We’re sad to report that the family of black bears at the Mink Brook NP have been trapped and relocated after more than a year of concentrated efforts by town and state officials to educate our human residents. With another large bear family only a few miles away, our efforts to become better neighbors to these beautiful, typically shy animals will certainly continue! Read more here…
- From downtown Hanover and the Green, drive south on Main Street (Route 10) 0.5 miles to Brook Road, turning left just before Route 10 crosses Mink Brook.
- Follow Brook Road for 0.1 mile to a sharp bend. Park here near the trailhead gate. A bicycle rack is provided (foot travel only in the Preserve).
What You Should Know
- Dogs are welcome but must be under close control (better yet, leashed); please pick up after your pet.
- The Preserve is the home of at least one bear, who usually emerges from her den with cubs in April (another reason to leash your dog). If you happen to encounter a bear, do not run but speak softly to it and move away slowly. Mother bears are as protective of their young as we are.
Hiking Directions – route outlined in green
- Take a moment to check the kiosk display and pick up a trail guide. Note the map outlining Mink Brook’s 18.5 square mile watershed.
- Hanover’s largest stream, Mink Brook begins high on Moose Mountain in Mill Pond, gathering waters from other headwater streams and flowing through Etna Village, where it once powered a number of mills.
- With the kiosk at your back, look for a tall many-branched tree with rough bark – a bear babysitting tree! The photo at right was taken here in April, 2011 by a Mink Brook neighbor.
- Begin your walk down the Quinn Trail, named for a Hanover family that helped protect this land in 1999. This part of the trail follows a buried sewer line, making it one of the few trails that is stable and dry enough to hike at this time of year.
- After a minute’s walk, you’ll come to an open area close to the brook. Look for the dramatic red stems of red osier dogwood near the waterline. This handsome native shrub is a great choice for wet areas, as it tolerates flooding and its white berries offer high quality food for wildlife later in the year.
- You’ll notice occasional sewer covers, reading “Hanover Sewer 1976.” While they seem out of place on a woodland walk, we can forgive the intrusion when we consider that the building of this sewer line to collect waste from hundreds of Hanover homes meant the transformation of Mink Brook and the Connecticut River from pretty but noxious open sewers back to the safe, clean waters they are today.
- Just past wooden steps from a nearby house, turn right onto a small path. The slender, low green plant here is scouring rush or horsetail. A handful of this primitive native plant was useful for cleaning pots when our forebears had dinner dishes to do. Silica stiffens the stem joints, helping to get the job done.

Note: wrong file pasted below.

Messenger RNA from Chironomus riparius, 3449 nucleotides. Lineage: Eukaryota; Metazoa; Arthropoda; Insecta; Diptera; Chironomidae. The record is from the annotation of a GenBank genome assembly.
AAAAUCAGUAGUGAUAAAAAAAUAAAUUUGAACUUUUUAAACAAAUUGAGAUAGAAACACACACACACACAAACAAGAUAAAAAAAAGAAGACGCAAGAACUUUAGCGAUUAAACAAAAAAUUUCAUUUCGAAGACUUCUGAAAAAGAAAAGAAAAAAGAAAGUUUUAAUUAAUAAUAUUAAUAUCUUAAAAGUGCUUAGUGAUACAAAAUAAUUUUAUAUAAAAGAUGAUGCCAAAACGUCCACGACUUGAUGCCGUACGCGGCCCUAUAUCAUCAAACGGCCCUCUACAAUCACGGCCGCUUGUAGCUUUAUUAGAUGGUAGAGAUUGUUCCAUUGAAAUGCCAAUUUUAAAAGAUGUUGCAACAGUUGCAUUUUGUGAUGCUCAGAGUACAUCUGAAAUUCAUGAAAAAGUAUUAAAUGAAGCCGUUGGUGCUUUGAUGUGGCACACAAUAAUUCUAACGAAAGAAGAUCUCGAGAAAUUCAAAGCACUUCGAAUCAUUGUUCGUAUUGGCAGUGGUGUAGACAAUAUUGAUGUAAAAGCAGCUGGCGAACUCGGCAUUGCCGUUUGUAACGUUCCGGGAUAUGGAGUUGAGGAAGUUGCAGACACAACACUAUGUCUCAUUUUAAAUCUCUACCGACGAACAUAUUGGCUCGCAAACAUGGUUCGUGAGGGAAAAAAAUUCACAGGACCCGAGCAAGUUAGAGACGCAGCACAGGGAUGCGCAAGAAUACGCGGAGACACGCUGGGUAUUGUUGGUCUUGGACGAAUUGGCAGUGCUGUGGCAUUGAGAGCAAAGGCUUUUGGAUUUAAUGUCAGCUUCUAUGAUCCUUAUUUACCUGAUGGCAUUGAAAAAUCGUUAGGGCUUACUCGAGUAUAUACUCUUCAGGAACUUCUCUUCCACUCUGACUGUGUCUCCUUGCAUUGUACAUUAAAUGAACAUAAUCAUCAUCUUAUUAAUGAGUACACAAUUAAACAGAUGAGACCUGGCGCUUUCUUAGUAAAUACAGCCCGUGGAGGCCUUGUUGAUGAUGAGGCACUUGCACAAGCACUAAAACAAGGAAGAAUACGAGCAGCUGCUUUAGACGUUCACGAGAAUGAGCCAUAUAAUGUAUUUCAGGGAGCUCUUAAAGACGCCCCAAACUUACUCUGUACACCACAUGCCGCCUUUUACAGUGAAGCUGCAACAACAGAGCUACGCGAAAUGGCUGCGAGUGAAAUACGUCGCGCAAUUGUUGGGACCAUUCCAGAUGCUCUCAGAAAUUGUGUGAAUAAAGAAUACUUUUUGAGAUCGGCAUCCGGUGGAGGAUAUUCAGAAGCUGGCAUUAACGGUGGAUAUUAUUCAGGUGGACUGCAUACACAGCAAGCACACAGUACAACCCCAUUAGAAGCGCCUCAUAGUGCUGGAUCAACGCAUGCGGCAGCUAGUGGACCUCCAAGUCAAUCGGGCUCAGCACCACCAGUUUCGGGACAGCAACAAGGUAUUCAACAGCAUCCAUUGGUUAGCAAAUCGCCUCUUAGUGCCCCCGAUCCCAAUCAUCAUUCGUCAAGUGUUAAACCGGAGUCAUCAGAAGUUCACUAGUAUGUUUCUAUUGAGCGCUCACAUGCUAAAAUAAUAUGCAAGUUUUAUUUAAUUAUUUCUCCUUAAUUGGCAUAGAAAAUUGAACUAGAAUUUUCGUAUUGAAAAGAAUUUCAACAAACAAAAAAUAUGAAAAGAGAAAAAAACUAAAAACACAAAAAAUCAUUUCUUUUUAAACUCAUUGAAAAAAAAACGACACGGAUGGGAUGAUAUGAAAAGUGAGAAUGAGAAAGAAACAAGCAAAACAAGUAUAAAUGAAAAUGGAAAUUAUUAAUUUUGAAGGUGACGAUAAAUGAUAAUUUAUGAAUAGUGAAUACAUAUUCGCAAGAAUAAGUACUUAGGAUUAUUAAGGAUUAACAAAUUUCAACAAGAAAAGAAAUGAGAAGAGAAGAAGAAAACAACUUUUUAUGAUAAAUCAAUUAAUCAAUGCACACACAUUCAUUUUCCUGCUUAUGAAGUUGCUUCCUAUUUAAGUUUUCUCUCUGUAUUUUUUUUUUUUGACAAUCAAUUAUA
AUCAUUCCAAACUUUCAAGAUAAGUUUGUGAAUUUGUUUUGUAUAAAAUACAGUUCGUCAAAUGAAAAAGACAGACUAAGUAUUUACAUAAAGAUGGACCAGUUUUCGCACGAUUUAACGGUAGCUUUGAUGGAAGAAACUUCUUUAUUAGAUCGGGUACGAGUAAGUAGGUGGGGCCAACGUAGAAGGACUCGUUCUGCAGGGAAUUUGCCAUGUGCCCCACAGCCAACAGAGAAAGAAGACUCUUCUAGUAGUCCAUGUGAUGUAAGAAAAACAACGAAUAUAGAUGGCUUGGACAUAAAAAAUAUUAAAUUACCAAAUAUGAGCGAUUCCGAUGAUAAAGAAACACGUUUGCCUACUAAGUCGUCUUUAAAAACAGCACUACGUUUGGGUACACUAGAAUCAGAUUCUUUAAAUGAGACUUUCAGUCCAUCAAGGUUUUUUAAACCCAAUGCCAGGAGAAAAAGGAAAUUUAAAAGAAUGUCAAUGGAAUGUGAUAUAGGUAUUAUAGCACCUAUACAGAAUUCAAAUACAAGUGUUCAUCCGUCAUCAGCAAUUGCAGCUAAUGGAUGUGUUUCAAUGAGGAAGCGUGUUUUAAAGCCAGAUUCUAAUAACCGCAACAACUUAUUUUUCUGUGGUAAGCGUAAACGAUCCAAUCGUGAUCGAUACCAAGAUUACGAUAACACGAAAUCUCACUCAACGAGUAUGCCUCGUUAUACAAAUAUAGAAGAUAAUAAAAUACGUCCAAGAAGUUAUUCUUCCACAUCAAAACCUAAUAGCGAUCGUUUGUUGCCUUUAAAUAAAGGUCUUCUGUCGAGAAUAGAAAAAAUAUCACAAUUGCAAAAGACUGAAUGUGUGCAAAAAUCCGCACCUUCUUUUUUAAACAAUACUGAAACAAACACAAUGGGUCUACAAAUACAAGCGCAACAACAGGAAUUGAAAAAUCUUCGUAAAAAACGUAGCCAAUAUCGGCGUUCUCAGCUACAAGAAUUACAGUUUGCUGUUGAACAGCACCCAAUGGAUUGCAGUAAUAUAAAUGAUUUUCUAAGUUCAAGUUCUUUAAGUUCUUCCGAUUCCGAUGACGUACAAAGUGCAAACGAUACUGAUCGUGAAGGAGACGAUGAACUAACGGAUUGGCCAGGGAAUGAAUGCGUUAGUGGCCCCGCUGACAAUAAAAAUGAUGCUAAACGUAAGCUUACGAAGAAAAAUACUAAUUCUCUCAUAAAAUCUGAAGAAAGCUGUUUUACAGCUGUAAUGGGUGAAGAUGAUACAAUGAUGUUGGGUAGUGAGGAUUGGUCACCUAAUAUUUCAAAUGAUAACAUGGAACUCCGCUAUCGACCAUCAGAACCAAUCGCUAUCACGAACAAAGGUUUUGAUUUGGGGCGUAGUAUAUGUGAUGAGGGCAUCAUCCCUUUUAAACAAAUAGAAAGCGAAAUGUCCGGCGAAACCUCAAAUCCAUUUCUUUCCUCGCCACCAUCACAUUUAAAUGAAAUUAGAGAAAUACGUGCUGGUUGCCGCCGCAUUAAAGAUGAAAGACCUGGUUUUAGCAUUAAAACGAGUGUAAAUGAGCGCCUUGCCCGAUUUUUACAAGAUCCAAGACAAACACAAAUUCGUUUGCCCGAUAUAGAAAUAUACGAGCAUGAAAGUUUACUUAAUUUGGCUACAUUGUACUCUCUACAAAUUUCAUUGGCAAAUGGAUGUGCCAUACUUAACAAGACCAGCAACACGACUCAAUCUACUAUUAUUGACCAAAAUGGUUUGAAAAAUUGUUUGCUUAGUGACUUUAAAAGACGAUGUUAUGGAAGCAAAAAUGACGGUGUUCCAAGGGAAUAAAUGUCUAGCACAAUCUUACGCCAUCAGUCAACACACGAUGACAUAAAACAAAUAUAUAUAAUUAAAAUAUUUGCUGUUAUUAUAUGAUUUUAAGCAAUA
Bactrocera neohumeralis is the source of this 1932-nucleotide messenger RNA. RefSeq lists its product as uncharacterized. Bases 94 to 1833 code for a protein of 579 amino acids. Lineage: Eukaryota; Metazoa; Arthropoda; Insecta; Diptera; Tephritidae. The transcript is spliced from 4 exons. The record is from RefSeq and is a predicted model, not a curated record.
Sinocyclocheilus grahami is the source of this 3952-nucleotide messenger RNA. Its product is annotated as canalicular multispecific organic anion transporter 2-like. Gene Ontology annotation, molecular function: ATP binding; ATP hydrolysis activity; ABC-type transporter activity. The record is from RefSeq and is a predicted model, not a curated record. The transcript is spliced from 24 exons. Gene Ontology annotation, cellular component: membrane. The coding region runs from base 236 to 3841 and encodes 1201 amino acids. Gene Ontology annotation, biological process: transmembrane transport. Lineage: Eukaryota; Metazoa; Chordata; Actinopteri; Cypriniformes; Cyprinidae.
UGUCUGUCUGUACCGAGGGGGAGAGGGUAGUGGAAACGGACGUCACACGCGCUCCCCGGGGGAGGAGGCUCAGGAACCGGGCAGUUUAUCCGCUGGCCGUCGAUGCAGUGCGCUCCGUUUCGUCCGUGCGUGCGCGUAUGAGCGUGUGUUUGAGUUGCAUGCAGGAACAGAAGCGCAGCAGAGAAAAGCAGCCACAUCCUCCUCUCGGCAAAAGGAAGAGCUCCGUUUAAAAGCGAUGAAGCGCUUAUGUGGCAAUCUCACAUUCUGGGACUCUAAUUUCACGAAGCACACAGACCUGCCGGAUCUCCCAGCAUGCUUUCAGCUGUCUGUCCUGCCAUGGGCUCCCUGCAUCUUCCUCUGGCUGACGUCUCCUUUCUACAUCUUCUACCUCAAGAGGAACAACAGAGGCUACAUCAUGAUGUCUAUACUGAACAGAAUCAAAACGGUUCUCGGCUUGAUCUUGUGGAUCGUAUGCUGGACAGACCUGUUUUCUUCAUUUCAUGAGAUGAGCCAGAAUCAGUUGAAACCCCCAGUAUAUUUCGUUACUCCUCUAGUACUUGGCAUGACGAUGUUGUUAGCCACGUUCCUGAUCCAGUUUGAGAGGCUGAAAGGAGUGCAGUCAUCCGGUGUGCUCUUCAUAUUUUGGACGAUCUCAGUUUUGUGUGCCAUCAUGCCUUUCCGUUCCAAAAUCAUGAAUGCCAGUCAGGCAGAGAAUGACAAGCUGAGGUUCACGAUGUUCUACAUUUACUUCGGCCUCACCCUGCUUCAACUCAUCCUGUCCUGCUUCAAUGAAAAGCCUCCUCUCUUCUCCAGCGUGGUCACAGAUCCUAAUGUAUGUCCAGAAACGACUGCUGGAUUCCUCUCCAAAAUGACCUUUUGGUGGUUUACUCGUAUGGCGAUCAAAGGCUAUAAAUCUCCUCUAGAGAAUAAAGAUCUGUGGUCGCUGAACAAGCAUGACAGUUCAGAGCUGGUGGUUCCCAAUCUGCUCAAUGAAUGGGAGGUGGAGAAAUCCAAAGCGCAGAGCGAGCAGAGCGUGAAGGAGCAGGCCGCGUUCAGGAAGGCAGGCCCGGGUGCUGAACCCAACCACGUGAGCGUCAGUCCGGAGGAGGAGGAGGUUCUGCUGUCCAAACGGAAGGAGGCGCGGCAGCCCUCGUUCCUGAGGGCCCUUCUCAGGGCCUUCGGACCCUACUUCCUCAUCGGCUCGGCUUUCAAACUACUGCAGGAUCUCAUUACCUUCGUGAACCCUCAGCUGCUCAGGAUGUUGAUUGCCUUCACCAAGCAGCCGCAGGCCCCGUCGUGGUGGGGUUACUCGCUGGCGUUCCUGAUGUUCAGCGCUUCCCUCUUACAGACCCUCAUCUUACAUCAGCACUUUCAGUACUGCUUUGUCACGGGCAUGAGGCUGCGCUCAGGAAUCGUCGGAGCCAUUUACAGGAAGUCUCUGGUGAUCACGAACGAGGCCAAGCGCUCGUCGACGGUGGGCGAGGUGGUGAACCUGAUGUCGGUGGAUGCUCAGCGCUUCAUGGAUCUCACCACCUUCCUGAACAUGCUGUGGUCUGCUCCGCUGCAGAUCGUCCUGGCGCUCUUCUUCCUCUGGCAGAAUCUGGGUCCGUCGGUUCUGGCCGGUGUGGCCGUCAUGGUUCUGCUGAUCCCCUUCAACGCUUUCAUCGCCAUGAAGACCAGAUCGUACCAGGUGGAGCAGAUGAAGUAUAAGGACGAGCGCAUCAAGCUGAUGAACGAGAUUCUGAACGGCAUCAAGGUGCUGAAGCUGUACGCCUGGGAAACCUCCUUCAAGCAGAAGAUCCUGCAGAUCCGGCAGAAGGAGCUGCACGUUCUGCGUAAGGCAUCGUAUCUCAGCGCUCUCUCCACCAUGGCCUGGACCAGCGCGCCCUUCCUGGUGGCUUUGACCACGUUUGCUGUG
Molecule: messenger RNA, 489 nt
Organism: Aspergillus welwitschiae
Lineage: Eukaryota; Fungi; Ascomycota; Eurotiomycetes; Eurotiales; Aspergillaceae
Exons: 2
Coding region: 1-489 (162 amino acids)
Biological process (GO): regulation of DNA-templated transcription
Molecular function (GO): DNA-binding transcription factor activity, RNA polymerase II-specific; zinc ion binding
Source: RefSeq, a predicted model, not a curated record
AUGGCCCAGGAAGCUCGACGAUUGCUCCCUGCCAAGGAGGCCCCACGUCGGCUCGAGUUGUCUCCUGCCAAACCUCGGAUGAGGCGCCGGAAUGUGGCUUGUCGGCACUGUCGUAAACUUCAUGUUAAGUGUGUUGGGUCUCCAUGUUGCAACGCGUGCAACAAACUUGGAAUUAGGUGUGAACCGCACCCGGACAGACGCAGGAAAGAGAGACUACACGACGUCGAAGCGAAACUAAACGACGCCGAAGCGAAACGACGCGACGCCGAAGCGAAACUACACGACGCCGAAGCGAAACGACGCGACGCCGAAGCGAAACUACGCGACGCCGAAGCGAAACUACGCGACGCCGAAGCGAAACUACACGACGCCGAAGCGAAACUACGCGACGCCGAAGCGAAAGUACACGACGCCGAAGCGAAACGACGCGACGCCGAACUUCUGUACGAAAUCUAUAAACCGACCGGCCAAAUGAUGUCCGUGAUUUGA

- Bits of flagging mark areas where invasive plants are being monitored and treated.
- Return to the Quinn Trail. As you proceed, you’ll get a good view of Mink Brook as it winds through its low, flat floodplain, the space it can fill when it is carrying a lot of water.
- Here and there you’ll notice mesh “sleeves” standing about 2-3’ high. These protect some of the 2000 native tree and shrub whips the Conservancy planted a few years ago to replace the infestation of buckthorn, honeysuckle, and Japanese knotweed that grew up when farmland here was abandoned.
- At an old apple tree, the Quinn Trail bears left and a path continues straight through young pines. In the 1990s, a 30+ lot subdivision was laid out for the 112 acres of today’s Preserve. A road to serve the subdivision was to cross the brook on the route of this path. Give a cheer for the 450 donors, the Quinn Family, and Dartmouth College for recognizing the natural value of this place and stepping up to help the Conservancy and Upper Valley Land Trust protect it. The Hanover Conservancy now owns and manages the land, with conservation restrictions in the deed from UVLT.
- Stay on the Quinn Trail, taking that left by the apple tree. Note a large pine with exposed, gnarled roots on the left, clinging to a steep bank. The College once removed clay from this bank, laid down thousands of years ago under the still, frozen waters of glacial Lake Hitchcock, to provide a surface for tennis courts.
- About 10 minutes from your car, you’ll approach another clearing and notice you can hear the brook for the first time. The brook sings as it tumbles over rocks and riffles on its natural path, and has not yet reached the point where it is captured by Wilder Dam on the Connecticut River, a few miles downstream. This elevation varies from 380’-385’ above mean sea level, depending on operations at the dam. Wilder Dam may be far out of sight, but it controls the character and movement of Mink Brook here in the Preserve and of other tributaries as far north as Haverhill NH and Newbury VT, 45 miles upstream. The Hanover Conservancy is closely following re-licensing of this dam and current studies of how it affects erosion and sedimentation, fish, wildlife, invasive species, and even archeological sites.